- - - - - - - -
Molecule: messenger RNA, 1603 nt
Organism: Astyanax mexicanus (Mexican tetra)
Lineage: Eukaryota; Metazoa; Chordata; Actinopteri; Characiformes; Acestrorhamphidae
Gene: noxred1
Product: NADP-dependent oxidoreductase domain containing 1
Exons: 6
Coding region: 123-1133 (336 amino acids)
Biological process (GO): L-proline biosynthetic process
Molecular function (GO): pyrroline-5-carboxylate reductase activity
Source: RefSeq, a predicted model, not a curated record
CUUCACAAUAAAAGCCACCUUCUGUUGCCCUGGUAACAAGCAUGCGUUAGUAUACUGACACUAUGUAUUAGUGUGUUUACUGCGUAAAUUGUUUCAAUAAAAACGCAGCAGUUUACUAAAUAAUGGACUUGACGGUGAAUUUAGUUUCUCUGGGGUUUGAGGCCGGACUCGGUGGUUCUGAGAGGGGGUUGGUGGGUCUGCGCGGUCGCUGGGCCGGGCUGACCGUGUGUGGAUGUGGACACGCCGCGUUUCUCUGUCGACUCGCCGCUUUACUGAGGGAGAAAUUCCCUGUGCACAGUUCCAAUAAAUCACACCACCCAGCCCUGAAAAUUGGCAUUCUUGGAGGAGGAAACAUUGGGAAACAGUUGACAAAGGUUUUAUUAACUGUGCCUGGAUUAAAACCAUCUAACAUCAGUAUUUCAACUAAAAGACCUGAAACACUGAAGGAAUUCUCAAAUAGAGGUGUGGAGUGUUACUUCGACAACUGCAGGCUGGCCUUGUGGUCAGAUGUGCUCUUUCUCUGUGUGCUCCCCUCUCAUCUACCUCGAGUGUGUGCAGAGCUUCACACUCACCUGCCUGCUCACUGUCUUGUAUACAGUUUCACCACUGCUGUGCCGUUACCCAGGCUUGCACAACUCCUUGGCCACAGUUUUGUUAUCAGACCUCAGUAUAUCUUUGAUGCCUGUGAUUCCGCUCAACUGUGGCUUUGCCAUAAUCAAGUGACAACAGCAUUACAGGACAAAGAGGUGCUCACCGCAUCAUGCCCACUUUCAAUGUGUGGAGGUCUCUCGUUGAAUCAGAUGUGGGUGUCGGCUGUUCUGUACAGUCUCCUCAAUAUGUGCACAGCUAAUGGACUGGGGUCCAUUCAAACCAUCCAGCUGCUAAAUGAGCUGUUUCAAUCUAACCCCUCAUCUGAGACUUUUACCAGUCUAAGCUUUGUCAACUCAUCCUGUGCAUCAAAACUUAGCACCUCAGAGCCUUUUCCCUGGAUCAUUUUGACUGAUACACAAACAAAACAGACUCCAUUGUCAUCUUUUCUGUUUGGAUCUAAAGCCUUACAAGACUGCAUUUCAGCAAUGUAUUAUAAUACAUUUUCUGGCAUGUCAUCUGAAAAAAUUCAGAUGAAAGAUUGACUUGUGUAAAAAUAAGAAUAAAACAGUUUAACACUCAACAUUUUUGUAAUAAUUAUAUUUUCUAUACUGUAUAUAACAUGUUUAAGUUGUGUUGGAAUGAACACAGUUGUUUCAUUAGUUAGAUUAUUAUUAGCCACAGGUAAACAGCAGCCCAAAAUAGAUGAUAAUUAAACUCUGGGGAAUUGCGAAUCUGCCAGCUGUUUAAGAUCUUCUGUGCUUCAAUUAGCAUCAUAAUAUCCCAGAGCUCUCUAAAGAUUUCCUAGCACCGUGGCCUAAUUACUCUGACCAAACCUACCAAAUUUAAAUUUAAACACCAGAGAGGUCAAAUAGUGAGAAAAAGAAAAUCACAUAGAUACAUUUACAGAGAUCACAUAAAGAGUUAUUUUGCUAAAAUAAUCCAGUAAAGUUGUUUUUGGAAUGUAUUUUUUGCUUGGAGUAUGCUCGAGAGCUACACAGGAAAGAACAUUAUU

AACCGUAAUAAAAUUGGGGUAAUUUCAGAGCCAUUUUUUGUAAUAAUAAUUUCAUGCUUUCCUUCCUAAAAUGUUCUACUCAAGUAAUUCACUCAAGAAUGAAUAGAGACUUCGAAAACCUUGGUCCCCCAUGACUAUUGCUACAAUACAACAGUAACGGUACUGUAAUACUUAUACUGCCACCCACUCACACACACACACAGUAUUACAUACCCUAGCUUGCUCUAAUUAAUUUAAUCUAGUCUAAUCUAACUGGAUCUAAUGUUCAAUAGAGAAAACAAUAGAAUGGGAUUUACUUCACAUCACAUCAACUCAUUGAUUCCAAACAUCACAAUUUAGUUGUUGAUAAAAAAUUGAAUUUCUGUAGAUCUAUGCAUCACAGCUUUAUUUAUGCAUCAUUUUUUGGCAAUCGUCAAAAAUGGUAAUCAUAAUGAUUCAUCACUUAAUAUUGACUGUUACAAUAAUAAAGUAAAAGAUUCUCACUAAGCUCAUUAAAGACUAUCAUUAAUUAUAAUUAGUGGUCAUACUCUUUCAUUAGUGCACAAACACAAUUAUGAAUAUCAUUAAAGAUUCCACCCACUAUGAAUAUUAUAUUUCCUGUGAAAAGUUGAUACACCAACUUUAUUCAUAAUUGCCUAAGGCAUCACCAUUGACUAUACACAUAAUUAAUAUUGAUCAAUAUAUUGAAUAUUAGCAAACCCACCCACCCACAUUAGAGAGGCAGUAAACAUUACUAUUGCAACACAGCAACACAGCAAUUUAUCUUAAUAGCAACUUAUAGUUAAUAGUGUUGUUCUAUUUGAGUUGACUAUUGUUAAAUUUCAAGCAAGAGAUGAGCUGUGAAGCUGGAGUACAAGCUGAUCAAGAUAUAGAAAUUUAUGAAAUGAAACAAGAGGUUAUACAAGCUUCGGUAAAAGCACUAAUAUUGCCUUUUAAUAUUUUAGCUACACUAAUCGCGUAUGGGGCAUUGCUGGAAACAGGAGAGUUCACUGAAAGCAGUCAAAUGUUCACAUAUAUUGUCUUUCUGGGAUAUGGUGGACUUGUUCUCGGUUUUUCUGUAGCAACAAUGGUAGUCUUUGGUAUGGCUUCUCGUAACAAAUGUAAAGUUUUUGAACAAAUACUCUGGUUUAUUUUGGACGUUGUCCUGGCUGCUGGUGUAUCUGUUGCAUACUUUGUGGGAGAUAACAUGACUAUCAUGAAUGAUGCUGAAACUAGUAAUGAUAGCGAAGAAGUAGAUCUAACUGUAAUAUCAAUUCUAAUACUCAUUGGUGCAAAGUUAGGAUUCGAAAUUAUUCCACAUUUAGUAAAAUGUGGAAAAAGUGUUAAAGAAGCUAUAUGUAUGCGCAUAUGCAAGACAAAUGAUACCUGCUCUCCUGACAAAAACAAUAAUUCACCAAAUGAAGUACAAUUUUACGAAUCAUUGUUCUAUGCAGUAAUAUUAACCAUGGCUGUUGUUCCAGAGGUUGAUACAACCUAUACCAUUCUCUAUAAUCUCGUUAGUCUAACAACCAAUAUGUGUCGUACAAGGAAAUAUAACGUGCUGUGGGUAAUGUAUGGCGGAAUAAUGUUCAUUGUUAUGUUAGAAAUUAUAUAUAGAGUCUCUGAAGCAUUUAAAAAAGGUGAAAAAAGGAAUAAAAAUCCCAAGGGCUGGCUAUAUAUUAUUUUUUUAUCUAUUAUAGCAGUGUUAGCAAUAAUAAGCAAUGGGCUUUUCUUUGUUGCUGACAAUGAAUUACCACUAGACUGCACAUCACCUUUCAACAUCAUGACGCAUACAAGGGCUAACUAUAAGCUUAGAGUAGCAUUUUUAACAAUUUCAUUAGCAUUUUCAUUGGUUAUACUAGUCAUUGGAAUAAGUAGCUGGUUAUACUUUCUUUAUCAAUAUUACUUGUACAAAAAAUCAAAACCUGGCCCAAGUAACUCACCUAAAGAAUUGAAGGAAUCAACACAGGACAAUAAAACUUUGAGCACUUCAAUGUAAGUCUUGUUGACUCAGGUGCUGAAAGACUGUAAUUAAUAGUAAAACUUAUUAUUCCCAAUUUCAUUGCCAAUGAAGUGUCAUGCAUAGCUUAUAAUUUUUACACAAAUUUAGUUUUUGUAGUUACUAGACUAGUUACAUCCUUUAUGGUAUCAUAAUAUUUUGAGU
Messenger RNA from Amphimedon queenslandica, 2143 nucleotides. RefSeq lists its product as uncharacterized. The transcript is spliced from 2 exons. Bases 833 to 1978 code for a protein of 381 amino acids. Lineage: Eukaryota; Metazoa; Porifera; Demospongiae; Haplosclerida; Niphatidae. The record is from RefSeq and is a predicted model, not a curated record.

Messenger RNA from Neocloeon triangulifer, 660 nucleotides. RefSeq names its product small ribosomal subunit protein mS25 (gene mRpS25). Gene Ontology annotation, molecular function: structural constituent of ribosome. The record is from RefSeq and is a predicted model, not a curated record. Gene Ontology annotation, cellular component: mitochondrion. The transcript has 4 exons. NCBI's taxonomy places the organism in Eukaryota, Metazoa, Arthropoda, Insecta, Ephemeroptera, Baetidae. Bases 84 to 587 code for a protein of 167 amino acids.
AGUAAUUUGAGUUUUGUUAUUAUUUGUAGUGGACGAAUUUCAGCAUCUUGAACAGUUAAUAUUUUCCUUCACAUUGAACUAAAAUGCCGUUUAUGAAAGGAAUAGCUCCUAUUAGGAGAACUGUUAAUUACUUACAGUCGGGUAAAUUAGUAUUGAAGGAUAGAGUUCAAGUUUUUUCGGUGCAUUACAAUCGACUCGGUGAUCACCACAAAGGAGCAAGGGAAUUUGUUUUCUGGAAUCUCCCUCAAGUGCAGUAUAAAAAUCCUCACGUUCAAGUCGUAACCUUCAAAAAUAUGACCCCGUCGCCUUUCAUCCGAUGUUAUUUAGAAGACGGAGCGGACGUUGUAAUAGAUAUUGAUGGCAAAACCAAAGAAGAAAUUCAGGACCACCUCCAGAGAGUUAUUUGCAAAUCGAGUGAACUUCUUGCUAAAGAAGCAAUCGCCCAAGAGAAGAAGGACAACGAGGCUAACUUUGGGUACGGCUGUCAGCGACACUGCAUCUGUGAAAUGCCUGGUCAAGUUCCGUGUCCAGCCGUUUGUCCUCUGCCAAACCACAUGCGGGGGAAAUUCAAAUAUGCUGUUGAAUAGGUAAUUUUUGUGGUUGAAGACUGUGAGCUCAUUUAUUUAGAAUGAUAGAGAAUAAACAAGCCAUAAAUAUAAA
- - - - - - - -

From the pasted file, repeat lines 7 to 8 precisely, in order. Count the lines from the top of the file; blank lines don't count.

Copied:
Coding region: 123-1133 (336 amino acids)
Biological process (GO): L-proline biosynthetic process